12.29.2005

QUICKIE: The Beach (Danny Boyle, 2000)

I admire author Alex Garland's story for not focusing just on several issues facing society, but taking it on as a whole. Reading interviews with him you may not gather this, but experiencing the story brings it on full-force. The perspective of the film is very similar to my own, and the small village on the island is very close to how I believe humanity should be living.

In every system there is hypocrisy, and the more complex the system, the deeper it runs. In the simple system the people of the beach village live by, these hypocrisies are forgivable - a necessary for keeping things the way they are... which brings up the key point The Beach culminates with. We are left watching everyone flee the world Sal (Tilda Swinton) has created simply because she was willing to sacrifice a citizen to keep what they had. No one seems to have ever understood her, especially considering they had been living there six years, and they run, scared of her conviction. For me, this was a sad ending. When all was threatened, the leader of the world stands up for their way of life and recieves abandonment.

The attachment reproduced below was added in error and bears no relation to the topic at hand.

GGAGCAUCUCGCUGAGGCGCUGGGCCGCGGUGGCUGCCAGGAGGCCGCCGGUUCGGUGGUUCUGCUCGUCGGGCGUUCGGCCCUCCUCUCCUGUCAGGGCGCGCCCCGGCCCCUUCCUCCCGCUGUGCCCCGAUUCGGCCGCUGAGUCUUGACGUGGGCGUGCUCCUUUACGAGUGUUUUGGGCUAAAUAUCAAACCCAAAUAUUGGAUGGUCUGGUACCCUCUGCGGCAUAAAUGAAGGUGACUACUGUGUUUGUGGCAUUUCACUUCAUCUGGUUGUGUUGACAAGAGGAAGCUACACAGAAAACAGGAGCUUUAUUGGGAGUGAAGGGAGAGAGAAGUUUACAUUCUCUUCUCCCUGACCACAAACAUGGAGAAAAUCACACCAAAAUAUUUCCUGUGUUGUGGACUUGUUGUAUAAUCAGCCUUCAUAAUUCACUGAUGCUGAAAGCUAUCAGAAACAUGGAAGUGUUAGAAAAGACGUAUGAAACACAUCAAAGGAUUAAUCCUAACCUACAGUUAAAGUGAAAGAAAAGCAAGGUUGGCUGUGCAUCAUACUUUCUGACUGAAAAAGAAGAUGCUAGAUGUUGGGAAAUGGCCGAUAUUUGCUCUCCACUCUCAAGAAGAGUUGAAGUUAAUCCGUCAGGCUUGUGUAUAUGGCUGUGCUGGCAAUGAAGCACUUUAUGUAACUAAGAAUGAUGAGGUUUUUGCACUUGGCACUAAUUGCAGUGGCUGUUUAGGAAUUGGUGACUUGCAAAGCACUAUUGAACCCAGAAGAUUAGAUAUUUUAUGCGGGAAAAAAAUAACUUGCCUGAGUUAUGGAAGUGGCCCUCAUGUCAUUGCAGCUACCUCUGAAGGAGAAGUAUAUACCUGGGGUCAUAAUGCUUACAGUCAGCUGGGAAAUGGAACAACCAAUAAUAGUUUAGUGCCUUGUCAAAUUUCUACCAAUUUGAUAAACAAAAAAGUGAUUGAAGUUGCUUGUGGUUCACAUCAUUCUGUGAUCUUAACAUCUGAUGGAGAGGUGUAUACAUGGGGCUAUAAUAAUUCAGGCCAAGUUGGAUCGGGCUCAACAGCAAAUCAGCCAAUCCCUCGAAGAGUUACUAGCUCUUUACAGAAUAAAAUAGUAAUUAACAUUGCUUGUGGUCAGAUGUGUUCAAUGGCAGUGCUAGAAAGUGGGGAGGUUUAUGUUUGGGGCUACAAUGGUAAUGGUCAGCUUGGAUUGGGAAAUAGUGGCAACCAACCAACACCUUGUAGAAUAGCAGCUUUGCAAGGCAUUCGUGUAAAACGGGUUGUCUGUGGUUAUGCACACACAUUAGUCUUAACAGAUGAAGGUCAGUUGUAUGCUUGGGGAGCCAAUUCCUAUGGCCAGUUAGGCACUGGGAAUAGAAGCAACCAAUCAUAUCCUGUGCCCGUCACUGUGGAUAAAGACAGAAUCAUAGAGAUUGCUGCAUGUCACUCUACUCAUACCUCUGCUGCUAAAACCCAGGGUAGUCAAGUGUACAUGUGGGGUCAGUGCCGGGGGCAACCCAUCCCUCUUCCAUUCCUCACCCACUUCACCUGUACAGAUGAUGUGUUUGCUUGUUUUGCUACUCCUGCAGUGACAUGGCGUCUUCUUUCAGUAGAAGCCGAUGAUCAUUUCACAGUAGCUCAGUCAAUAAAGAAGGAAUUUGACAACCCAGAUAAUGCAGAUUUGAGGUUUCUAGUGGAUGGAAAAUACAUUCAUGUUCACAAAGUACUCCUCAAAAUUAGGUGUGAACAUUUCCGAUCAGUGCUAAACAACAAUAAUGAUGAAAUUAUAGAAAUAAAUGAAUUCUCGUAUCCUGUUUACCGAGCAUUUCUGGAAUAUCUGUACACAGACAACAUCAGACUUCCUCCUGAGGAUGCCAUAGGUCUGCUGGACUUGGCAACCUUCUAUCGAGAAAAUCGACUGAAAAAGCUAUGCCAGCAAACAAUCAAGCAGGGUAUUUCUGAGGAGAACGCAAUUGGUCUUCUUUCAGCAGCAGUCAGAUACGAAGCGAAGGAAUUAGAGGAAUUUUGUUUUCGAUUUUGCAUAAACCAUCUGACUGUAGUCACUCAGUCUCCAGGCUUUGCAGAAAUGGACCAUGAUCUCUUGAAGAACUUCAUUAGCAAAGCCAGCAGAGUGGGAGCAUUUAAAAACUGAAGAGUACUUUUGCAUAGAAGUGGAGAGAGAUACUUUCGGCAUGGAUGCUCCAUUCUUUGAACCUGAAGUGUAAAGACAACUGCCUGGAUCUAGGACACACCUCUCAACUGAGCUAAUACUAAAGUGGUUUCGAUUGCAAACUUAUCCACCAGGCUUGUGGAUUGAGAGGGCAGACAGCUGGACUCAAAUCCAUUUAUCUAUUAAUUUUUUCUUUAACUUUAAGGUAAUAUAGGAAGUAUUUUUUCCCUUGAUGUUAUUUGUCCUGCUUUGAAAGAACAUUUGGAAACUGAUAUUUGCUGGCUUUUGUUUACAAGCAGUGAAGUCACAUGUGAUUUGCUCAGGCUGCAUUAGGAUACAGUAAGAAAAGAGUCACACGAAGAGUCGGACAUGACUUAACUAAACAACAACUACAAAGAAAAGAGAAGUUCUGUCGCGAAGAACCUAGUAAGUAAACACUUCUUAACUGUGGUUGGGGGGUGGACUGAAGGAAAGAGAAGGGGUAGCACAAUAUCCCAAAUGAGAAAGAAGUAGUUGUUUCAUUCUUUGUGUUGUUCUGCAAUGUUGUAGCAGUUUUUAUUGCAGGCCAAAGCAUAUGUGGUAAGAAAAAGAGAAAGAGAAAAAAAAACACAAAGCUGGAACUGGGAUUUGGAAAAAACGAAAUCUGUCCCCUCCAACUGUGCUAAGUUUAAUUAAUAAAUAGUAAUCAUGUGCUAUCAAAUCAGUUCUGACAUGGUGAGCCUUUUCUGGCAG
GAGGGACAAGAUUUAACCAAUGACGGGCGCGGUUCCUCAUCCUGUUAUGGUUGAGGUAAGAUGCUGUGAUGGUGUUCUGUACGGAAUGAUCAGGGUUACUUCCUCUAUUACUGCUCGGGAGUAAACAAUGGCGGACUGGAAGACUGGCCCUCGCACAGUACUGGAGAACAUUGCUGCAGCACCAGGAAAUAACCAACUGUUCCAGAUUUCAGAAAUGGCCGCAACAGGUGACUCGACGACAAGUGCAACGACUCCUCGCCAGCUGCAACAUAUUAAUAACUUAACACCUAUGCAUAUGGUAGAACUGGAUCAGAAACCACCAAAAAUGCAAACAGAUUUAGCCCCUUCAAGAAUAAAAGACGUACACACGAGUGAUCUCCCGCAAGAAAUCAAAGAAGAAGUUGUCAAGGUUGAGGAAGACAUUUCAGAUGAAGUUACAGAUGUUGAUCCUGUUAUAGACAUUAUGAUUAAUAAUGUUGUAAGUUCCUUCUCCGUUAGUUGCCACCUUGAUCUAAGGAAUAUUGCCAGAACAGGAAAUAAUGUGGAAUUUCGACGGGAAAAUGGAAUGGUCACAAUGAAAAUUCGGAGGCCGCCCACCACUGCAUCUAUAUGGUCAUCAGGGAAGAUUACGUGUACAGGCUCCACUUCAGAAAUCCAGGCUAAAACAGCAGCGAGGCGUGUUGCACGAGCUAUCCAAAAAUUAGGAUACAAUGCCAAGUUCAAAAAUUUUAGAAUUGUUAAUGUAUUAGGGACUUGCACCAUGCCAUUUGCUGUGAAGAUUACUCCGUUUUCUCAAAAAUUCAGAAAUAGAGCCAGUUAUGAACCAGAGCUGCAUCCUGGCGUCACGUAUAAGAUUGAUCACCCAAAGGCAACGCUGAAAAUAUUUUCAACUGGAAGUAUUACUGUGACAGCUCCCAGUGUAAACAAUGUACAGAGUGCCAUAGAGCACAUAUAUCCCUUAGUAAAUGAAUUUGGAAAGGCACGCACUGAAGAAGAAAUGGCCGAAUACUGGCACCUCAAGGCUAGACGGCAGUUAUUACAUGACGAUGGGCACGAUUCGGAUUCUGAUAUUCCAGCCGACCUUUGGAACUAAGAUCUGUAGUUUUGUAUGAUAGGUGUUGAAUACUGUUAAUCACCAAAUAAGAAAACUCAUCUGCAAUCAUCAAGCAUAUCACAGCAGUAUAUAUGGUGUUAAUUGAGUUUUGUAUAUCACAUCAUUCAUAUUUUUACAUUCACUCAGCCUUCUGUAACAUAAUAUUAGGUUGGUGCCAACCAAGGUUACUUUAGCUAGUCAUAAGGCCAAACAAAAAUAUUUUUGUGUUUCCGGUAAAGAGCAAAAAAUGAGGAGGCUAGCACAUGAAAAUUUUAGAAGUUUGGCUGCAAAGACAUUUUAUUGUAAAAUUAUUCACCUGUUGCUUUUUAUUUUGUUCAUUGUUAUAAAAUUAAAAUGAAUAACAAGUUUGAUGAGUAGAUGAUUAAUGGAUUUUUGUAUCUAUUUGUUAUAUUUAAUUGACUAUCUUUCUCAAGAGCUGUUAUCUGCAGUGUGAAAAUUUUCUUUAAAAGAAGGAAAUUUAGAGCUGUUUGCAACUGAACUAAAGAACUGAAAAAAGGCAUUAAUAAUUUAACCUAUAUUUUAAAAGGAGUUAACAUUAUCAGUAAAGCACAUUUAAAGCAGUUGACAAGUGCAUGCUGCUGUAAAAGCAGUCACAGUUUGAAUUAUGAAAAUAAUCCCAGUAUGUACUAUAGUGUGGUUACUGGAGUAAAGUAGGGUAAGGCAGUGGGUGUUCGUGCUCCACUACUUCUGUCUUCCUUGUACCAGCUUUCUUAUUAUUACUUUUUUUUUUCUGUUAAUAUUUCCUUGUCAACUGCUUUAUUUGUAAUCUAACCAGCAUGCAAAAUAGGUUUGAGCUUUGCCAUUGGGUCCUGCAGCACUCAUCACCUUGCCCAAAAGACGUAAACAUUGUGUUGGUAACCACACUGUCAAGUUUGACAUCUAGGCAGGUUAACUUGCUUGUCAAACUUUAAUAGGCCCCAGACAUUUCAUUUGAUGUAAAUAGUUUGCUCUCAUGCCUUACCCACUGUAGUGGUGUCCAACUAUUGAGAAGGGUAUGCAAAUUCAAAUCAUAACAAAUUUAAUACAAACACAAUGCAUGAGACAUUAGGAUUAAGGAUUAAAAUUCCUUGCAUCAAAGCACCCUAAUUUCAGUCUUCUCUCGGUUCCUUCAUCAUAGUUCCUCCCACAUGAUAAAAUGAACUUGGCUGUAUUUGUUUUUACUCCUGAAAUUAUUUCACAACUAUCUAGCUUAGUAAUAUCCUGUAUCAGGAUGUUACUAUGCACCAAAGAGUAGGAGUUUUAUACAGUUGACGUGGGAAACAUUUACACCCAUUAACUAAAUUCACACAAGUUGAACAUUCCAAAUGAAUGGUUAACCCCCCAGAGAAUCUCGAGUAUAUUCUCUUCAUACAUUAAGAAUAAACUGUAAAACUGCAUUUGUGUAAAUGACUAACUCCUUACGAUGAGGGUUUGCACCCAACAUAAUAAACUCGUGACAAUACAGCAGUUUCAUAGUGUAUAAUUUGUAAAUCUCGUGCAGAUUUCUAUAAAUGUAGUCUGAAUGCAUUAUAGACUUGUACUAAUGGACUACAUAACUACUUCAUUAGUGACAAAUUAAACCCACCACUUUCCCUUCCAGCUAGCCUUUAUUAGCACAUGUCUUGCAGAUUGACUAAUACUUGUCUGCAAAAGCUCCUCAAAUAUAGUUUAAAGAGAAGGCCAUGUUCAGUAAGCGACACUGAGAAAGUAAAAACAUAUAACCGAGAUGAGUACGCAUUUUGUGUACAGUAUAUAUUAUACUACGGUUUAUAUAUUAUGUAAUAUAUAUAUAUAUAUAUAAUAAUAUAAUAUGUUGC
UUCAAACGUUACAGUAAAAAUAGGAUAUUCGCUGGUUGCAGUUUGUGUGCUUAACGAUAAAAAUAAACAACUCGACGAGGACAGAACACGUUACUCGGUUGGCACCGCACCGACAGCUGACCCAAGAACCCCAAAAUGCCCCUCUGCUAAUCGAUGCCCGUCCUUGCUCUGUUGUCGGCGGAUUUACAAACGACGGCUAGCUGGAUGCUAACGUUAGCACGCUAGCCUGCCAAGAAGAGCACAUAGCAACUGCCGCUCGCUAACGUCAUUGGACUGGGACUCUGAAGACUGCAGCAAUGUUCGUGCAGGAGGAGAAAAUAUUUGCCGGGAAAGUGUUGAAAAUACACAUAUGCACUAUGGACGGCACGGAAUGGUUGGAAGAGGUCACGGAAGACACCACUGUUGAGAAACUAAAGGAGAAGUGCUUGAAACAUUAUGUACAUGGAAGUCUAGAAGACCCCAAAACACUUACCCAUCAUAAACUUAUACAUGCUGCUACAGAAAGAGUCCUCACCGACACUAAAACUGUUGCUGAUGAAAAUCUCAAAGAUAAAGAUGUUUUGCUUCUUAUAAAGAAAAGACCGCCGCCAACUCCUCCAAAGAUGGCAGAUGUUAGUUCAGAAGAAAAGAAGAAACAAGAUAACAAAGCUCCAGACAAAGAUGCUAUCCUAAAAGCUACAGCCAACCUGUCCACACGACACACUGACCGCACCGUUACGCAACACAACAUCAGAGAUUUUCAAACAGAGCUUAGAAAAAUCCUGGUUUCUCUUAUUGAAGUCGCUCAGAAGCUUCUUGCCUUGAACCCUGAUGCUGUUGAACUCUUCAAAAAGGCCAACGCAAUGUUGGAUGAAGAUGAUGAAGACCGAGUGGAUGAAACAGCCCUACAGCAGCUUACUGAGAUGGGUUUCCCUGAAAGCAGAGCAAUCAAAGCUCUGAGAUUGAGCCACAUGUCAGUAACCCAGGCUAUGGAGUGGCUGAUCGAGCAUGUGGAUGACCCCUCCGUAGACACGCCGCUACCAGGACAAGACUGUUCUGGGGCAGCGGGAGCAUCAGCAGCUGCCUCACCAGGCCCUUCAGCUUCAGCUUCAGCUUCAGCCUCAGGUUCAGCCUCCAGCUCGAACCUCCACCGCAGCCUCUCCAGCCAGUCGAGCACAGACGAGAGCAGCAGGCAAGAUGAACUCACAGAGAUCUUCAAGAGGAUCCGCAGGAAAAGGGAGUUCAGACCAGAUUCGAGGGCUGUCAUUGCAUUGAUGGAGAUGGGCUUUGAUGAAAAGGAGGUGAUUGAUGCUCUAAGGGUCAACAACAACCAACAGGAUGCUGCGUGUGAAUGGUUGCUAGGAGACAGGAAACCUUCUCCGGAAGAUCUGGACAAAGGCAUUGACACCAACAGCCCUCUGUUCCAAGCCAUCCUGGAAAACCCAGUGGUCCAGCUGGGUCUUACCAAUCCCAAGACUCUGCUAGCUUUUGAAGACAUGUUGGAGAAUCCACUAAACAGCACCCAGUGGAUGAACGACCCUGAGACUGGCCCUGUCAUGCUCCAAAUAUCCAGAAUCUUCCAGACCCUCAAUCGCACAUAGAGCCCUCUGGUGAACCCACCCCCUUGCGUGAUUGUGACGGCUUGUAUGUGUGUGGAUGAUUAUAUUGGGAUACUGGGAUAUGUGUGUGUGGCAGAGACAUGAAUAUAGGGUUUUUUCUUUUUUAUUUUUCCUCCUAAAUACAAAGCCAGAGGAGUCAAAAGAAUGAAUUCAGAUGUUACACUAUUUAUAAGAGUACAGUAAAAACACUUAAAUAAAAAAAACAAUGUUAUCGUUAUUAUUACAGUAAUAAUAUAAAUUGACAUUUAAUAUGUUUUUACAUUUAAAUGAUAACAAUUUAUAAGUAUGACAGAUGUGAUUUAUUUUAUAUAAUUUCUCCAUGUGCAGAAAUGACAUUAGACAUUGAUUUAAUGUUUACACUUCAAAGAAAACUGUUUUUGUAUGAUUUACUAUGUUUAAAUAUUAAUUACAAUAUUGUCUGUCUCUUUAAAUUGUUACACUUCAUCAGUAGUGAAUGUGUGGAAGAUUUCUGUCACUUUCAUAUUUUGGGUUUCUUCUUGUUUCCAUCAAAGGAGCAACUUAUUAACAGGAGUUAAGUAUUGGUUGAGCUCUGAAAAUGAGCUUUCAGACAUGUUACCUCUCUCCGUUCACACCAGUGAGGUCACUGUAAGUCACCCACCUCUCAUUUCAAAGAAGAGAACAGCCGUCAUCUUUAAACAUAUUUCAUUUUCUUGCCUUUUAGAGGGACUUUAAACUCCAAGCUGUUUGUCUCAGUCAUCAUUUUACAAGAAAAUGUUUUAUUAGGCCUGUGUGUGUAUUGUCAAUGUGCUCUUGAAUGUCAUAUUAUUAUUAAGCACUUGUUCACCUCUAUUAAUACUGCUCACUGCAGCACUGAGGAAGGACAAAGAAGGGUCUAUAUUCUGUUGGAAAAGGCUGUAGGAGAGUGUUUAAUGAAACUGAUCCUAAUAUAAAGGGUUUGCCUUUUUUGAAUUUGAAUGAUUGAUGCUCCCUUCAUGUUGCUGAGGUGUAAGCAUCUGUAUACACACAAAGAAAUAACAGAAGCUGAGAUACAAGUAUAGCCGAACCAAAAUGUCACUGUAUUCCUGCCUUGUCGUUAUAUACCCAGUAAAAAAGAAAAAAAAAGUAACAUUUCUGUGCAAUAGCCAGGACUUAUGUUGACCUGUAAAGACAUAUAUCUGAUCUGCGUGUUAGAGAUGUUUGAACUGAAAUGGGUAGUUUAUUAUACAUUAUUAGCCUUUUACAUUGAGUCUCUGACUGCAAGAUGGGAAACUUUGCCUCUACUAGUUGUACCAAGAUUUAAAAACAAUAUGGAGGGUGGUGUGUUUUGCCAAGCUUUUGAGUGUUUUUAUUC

For the technical aspects, everything was well done, but not quite accomplished. The patience in edits, power of compositions and overall unique storytelling that director Danny Boyle (A Life Less Ordinary, 28 Days Later) always brings to the playing field are present, but also attributed to Danny Boyle's style of filmmaking is the failure to really make the movie get over that proverbial hump. There are some nice things to look at and all the parts are here, it just doesn't seem to piece together as well as I would have hoped.

All that said, this is by far my favorite Boyle film of the ones I have seen, and the first I have actually liked.

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